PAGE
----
Well, technically, you can ‘see’ these traditions in videos online. Still, there’s nothing like witnessing festive Christmas traditions in person! Ireland, like many countries, has its own special ways of celebrating the holidays. They also share many of the same traditions we do here in the United States, such as placing candles in the windows of the home and midnight mass.
Ireland has several of its own unique Christmas traditions that seem like a lot of fun to witness, or even participate in. Here are 3 of the most interesting ones:
St Stephen’s Day Horse Races
On December 26th, the day after Christmas and also known as St Stephen’s Day, it’s common for people in Ireland to attend or watch one of the many horse races that take place that day. This long-standing Irish Christmas tradition is quite fitting given that St Stephen was the patron saint of horses.
Watching the horse races on this day is often spent with friends and family either at a track (such as the famous Leopardstown Racecourse in Dublin), or at a pub to watch them there. While many US families spend the day after Christmas playing with presents, the Irish like to get out of the house and celebrate over the traditional sport of horse racing.
Christmas Morning Swim
Jumping into frigid waters, sometimes as cold as 10°C (50°F) isn’t on a lot of people’s mind on Christmas morning. But in Ireland, it’s a Christmas tradition! Participants merrily hop in the chilly sea (in bathing attire, no less!) for fun, or sometimes even for charity, on Christmas morning to celebrate the holiday. A similar tradition is seen some places in the US, but generally around the New Year rather than Christmas.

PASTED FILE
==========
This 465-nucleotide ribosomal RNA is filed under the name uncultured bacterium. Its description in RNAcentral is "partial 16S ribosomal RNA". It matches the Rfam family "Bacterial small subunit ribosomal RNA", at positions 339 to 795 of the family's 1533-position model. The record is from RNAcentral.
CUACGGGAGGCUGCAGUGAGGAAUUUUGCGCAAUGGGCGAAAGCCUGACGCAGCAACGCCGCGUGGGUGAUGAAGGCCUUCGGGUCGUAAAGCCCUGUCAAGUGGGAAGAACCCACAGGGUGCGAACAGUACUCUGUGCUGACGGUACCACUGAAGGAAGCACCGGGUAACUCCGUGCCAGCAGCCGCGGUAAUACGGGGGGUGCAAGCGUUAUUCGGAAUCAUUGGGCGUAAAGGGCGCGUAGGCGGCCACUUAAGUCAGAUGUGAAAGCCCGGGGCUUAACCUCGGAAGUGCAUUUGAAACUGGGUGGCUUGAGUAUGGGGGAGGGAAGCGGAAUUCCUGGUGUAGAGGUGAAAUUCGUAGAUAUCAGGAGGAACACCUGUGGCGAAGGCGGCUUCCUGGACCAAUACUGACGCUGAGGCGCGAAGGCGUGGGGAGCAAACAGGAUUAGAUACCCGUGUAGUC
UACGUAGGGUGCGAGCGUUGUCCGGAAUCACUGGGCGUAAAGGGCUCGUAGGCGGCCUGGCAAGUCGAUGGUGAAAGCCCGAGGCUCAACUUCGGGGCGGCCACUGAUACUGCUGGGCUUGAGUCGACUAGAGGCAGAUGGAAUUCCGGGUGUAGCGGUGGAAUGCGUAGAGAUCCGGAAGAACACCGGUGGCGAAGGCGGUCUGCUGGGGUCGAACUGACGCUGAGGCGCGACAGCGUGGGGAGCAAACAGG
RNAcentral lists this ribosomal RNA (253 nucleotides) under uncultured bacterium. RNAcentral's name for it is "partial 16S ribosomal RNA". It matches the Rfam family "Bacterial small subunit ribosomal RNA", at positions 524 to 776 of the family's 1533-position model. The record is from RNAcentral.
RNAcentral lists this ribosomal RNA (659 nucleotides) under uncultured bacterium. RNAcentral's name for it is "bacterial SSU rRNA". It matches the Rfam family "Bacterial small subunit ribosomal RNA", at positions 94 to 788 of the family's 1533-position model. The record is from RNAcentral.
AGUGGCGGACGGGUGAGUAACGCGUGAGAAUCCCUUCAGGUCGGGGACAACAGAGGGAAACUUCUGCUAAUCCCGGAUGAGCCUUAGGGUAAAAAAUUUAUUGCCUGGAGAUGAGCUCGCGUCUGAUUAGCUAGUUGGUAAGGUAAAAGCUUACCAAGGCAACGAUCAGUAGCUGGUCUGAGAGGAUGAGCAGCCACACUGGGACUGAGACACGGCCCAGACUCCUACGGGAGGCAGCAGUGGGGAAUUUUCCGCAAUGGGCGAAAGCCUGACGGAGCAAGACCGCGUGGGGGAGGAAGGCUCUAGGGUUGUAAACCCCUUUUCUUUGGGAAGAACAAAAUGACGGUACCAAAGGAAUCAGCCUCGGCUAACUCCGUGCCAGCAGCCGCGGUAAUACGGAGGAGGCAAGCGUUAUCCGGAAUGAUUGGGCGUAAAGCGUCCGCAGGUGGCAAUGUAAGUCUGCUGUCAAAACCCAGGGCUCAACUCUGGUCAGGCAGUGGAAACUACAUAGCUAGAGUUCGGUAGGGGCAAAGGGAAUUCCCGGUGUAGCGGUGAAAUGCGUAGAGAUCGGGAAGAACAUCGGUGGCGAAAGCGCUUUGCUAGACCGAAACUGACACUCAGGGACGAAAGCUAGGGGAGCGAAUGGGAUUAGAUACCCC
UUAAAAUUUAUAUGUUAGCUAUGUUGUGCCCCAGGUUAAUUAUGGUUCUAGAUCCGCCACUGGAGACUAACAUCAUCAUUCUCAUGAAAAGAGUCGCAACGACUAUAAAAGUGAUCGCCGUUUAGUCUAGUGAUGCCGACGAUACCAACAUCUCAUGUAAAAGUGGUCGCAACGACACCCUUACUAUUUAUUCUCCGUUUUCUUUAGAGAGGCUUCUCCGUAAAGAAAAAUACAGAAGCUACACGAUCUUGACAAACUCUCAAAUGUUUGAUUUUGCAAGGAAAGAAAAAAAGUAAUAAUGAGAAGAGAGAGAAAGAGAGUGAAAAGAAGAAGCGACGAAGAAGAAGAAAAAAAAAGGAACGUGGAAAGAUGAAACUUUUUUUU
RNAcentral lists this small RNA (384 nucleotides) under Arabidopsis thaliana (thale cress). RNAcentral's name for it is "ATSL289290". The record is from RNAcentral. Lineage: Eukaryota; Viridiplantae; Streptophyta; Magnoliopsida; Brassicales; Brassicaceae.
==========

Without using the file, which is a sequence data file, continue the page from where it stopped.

A common spot for this icy tradition is “The Forty Foot Bathing Place” in Sandycove, where hundreds of people plunge into the Dublin Bay on Christmas morning. Despite the name, there isn’t a forty-foot drop as you may think—still, it’s a fun event.
Wren Boy Procession
This tops the list for strange Christmas traditions found in Ireland. This also takes place on St Stephen’s Day, and involves people dressed in straw suits with blackened faces, holding a pole with a wren on top (fake, of course; although traditionally, they used dead wrens), and singing the “wren procession song”.
The roots of this tradition are debatable, but the two most common stories involve St Stephen himself when a wren gave away his position to the Romans who killed him. Another version says a group of Irishmen were hiding from British soldiers, but their hiding spot was exposed by a wren pecking one of their drums.
Today, the tradition is upheld for fun and charity, and rarely goes door-to-door in a caroling manner as it used to. It’s an opportunity to dress up and celebrate, rather than spread warning about the evil wren.
See more Ireland Christmas Traditions in Person
AESU offers unique, thrilling travel programs for college students and young professionals at affordable rates. Each trip is action-packed and informal—designed just for people your own age. We are also able to design custom tours just for your group.
AESU offers several trips to Ireland, including: Cosmopolitan, Explorer, Euro Focus, Great Escape, and Euro Spree. Explore Ireland and its interesting culture, plus experience some of the most beautiful landscapes in the world.
Today is the last day! Book and pay in full before December 4th, 2015, you can save up to $300 on your trip! Plus, there’s still time to make it to Women’s Christmas in Ireland, celebrated January 6th.
If you have any questions or want help booking your Ireland adventure, please contact AESU by calling 800-638-7640, or fill out the contact form found on our website.